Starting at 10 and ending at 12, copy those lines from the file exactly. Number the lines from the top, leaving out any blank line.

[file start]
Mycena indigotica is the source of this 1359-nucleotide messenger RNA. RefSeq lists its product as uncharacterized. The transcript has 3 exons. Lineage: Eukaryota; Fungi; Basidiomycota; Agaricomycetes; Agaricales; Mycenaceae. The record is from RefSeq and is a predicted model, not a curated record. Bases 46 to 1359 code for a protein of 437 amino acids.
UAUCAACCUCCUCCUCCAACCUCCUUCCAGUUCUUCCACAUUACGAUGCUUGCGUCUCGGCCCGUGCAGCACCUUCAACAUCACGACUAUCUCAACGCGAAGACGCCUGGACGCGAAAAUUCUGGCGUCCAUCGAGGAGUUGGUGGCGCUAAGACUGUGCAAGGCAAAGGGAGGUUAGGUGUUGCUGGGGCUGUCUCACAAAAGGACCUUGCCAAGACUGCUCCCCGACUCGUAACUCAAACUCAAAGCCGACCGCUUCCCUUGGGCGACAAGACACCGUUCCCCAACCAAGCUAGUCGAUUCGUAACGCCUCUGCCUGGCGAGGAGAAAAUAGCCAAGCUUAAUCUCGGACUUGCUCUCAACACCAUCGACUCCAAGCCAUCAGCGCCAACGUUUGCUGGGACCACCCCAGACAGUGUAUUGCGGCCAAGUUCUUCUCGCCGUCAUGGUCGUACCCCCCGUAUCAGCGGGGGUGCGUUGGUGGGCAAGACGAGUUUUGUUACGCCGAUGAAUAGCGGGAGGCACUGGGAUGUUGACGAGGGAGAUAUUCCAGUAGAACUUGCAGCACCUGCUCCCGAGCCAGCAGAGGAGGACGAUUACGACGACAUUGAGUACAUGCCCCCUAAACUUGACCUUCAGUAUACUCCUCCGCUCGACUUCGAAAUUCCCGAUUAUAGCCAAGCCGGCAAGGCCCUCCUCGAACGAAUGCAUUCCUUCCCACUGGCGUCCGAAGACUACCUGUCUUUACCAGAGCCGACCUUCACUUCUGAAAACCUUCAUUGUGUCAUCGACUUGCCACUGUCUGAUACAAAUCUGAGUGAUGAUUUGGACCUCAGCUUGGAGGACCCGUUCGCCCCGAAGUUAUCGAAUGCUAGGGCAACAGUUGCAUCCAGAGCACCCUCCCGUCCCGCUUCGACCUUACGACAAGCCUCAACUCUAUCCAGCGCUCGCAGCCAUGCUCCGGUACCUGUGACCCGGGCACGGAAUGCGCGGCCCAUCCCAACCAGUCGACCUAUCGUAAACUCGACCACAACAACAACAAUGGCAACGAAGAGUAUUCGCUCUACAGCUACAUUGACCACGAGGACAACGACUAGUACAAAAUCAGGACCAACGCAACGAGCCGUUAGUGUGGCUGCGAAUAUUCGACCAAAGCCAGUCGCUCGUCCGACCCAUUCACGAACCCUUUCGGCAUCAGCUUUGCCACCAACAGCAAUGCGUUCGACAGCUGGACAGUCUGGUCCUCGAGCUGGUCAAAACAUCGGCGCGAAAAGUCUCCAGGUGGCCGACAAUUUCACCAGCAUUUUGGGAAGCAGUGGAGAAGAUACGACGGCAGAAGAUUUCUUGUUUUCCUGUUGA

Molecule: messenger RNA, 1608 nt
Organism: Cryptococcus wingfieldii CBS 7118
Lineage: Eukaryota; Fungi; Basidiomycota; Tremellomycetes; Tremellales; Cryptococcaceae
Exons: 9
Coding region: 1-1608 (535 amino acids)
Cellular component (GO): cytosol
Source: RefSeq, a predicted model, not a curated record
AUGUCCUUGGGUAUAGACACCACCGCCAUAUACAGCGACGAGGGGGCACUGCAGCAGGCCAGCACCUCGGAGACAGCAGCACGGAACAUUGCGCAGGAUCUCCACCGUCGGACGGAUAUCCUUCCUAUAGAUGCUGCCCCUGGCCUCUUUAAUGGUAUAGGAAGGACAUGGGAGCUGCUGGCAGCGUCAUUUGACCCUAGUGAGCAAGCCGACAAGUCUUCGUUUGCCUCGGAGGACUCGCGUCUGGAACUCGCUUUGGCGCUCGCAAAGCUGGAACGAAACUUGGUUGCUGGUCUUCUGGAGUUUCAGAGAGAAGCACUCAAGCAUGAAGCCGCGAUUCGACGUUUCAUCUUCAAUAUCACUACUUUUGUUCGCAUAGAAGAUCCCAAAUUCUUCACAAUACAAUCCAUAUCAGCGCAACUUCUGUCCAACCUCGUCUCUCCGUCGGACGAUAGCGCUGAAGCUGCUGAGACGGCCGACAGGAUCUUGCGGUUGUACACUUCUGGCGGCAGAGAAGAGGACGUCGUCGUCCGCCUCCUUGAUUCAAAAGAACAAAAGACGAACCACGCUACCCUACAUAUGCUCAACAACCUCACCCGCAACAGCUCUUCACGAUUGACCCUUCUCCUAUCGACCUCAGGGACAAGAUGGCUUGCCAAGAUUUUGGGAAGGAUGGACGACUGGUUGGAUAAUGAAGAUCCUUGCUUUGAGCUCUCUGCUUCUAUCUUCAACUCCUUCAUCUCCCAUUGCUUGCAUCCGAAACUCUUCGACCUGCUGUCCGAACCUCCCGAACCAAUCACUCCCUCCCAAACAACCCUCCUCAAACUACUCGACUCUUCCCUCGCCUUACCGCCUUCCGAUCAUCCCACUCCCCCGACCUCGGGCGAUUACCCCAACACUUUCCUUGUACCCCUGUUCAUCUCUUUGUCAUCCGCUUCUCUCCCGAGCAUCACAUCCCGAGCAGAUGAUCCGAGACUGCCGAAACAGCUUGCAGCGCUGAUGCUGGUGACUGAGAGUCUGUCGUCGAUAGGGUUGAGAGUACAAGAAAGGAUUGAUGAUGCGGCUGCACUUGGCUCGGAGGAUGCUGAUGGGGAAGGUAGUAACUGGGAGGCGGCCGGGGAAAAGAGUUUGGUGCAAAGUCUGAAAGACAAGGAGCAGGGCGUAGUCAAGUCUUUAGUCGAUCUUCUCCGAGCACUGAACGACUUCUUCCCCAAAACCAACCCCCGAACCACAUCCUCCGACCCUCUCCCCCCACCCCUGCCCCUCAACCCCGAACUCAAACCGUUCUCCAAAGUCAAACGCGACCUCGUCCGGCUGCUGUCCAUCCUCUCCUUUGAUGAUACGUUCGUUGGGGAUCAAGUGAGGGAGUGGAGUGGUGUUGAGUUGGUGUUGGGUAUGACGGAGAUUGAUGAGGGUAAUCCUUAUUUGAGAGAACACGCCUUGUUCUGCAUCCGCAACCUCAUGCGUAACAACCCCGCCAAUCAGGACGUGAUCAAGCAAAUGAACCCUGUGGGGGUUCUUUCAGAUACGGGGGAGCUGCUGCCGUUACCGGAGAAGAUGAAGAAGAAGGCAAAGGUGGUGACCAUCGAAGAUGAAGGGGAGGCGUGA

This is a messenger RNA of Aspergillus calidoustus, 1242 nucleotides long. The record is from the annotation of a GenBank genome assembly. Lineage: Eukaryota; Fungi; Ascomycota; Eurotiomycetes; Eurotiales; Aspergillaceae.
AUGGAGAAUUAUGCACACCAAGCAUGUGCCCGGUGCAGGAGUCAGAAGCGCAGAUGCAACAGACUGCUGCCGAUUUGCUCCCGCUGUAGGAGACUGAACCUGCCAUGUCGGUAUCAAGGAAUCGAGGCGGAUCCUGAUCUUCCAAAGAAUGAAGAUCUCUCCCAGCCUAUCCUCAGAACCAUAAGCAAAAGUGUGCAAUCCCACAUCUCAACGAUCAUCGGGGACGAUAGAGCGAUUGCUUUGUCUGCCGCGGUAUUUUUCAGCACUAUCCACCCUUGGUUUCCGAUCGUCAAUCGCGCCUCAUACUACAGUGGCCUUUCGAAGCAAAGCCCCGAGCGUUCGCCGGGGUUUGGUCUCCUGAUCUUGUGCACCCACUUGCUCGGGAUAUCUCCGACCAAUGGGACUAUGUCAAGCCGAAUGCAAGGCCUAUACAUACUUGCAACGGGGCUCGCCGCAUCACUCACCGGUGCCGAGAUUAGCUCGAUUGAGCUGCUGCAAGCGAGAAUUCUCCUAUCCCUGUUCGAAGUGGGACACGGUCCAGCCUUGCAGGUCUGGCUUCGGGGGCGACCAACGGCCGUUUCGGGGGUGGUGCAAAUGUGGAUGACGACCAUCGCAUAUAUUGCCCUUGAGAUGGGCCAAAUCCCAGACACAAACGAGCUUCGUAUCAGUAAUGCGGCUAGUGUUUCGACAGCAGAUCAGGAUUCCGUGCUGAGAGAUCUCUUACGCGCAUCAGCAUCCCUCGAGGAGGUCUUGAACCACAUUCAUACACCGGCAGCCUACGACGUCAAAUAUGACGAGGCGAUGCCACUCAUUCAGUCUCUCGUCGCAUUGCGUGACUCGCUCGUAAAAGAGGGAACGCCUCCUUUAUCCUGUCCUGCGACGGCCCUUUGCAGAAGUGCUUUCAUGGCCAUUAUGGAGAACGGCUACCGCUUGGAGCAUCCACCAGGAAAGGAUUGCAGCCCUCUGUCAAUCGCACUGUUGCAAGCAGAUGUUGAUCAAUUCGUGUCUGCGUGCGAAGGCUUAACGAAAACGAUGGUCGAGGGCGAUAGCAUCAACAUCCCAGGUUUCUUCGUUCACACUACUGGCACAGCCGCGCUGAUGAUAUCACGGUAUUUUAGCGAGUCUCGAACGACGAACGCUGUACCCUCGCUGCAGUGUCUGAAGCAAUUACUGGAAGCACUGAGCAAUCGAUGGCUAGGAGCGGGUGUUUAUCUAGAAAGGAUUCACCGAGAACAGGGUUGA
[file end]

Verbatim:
AUGUCCUUGGGUAUAGACACCACCGCCAUAUACAGCGACGAGGGGGCACUGCAGCAGGCCAGCACCUCGGAGACAGCAGCACGGAACAUUGCGCAGGAUCUCCACCGUCGGACGGAUAUCCUUCCUAUAGAUGCUGCCCCUGGCCUCUUUAAUGGUAUAGGAAGGACAUGGGAGCUGCUGGCAGCGUCAUUUGACCCUAGUGAGCAAGCCGACAAGUCUUCGUUUGCCUCGGAGGACUCGCGUCUGGAACUCGCUUUGGCGCUCGCAAAGCUGGAACGAAACUUGGUUGCUGGUCUUCUGGAGUUUCAGAGAGAAGCACUCAAGCAUGAAGCCGCGAUUCGACGUUUCAUCUUCAAUAUCACUACUUUUGUUCGCAUAGAAGAUCCCAAAUUCUUCACAAUACAAUCCAUAUCAGCGCAACUUCUGUCCAACCUCGUCUCUCCGUCGGACGAUAGCGCUGAAGCUGCUGAGACGGCCGACAGGAUCUUGCGGUUGUACACUUCUGGCGGCAGAGAAGAGGACGUCGUCGUCCGCCUCCUUGAUUCAAAAGAACAAAAGACGAACCACGCUACCCUACAUAUGCUCAACAACCUCACCCGCAACAGCUCUUCACGAUUGACCCUUCUCCUAUCGACCUCAGGGACAAGAUGGCUUGCCAAGAUUUUGGGAAGGAUGGACGACUGGUUGGAUAAUGAAGAUCCUUGCUUUGAGCUCUCUGCUUCUAUCUUCAACUCCUUCAUCUCCCAUUGCUUGCAUCCGAAACUCUUCGACCUGCUGUCCGAACCUCCCGAACCAAUCACUCCCUCCCAAACAACCCUCCUCAAACUACUCGACUCUUCCCUCGCCUUACCGCCUUCCGAUCAUCCCACUCCCCCGACCUCGGGCGAUUACCCCAACACUUUCCUUGUACCCCUGUUCAUCUCUUUGUCAUCCGCUUCUCUCCCGAGCAUCACAUCCCGAGCAGAUGAUCCGAGACUGCCGAAACAGCUUGCAGCGCUGAUGCUGGUGACUGAGAGUCUGUCGUCGAUAGGGUUGAGAGUACAAGAAAGGAUUGAUGAUGCGGCUGCACUUGGCUCGGAGGAUGCUGAUGGGGAAGGUAGUAACUGGGAGGCGGCCGGGGAAAAGAGUUUGGUGCAAAGUCUGAAAGACAAGGAGCAGGGCGUAGUCAAGUCUUUAGUCGAUCUUCUCCGAGCACUGAACGACUUCUUCCCCAAAACCAACCCCCGAACCACAUCCUCCGACCCUCUCCCCCCACCCCUGCCCCUCAACCCCGAACUCAAACCGUUCUCCAAAGUCAAACGCGACCUCGUCCGGCUGCUGUCCAUCCUCUCCUUUGAUGAUACGUUCGUUGGGGAUCAAGUGAGGGAGUGGAGUGGUGUUGAGUUGGUGUUGGGUAUGACGGAGAUUGAUGAGGGUAAUCCUUAUUUGAGAGAACACGCCUUGUUCUGCAUCCGCAACCUCAUGCGUAACAACCCCGCCAAUCAGGACGUGAUCAAGCAAAUGAACCCUGUGGGGGUUCUUUCAGAUACGGGGGAGCUGCUGCCGUUACCGGAGAAGAUGAAGAAGAAGGCAAAGGUGGUGACCAUCGAAGAUGAAGGGGAGGCGUGA

This is a messenger RNA of Aspergillus calidoustus, 1242 nucleotides long. The record is from the annotation of a GenBank genome assembly. Lineage: Eukaryota; Fungi; Ascomycota; Eurotiomycetes; Eurotiales; Aspergillaceae.
AUGGAGAAUUAUGCACACCAAGCAUGUGCCCGGUGCAGGAGUCAGAAGCGCAGAUGCAACAGACUGCUGCCGAUUUGCUCCCGCUGUAGGAGACUGAACCUGCCAUGUCGGUAUCAAGGAAUCGAGGCGGAUCCUGAUCUUCCAAAGAAUGAAGAUCUCUCCCAGCCUAUCCUCAGAACCAUAAGCAAAAGUGUGCAAUCCCACAUCUCAACGAUCAUCGGGGACGAUAGAGCGAUUGCUUUGUCUGCCGCGGUAUUUUUCAGCACUAUCCACCCUUGGUUUCCGAUCGUCAAUCGCGCCUCAUACUACAGUGGCCUUUCGAAGCAAAGCCCCGAGCGUUCGCCGGGGUUUGGUCUCCUGAUCUUGUGCACCCACUUGCUCGGGAUAUCUCCGACCAAUGGGACUAUGUCAAGCCGAAUGCAAGGCCUAUACAUACUUGCAACGGGGCUCGCCGCAUCACUCACCGGUGCCGAGAUUAGCUCGAUUGAGCUGCUGCAAGCGAGAAUUCUCCUAUCCCUGUUCGAAGUGGGACACGGUCCAGCCUUGCAGGUCUGGCUUCGGGGGCGACCAACGGCCGUUUCGGGGGUGGUGCAAAUGUGGAUGACGACCAUCGCAUAUAUUGCCCUUGAGAUGGGCCAAAUCCCAGACACAAACGAGCUUCGUAUCAGUAAUGCGGCUAGUGUUUCGACAGCAGAUCAGGAUUCCGUGCUGAGAGAUCUCUUACGCGCAUCAGCAUCCCUCGAGGAGGUCUUGAACCACAUUCAUACACCGGCAGCCUACGACGUCAAAUAUGACGAGGCGAUGCCACUCAUUCAGUCUCUCGUCGCAUUGCGUGACUCGCUCGUAAAAGAGGGAACGCCUCCUUUAUCCUGUCCUGCGACGGCCCUUUGCAGAAGUGCUUUCAUGGCCAUUAUGGAGAACGGCUACCGCUUGGAGCAUCCACCAGGAAAGGAUUGCAGCCCUCUGUCAAUCGCACUGUUGCAAGCAGAUGUUGAUCAAUUCGUGUCUGCGUGCGAAGGCUUAACGAAAACGAUGGUCGAGGGCGAUAGCAUCAACAUCCCAGGUUUCUUCGUUCACACUACUGGCACAGCCGCGCUGAUGAUAUCACGGUAUUUUAGCGAGUCUCGAACGACGAACGCUGUACCCUCGCUGCAGUGUCUGAAGCAAUUACUGGAAGCACUGAGCAAUCGAUGGCUAGGAGCGGGUGUUUAUCUAGAAAGGAUUCACCGAGAACAGGGUUGA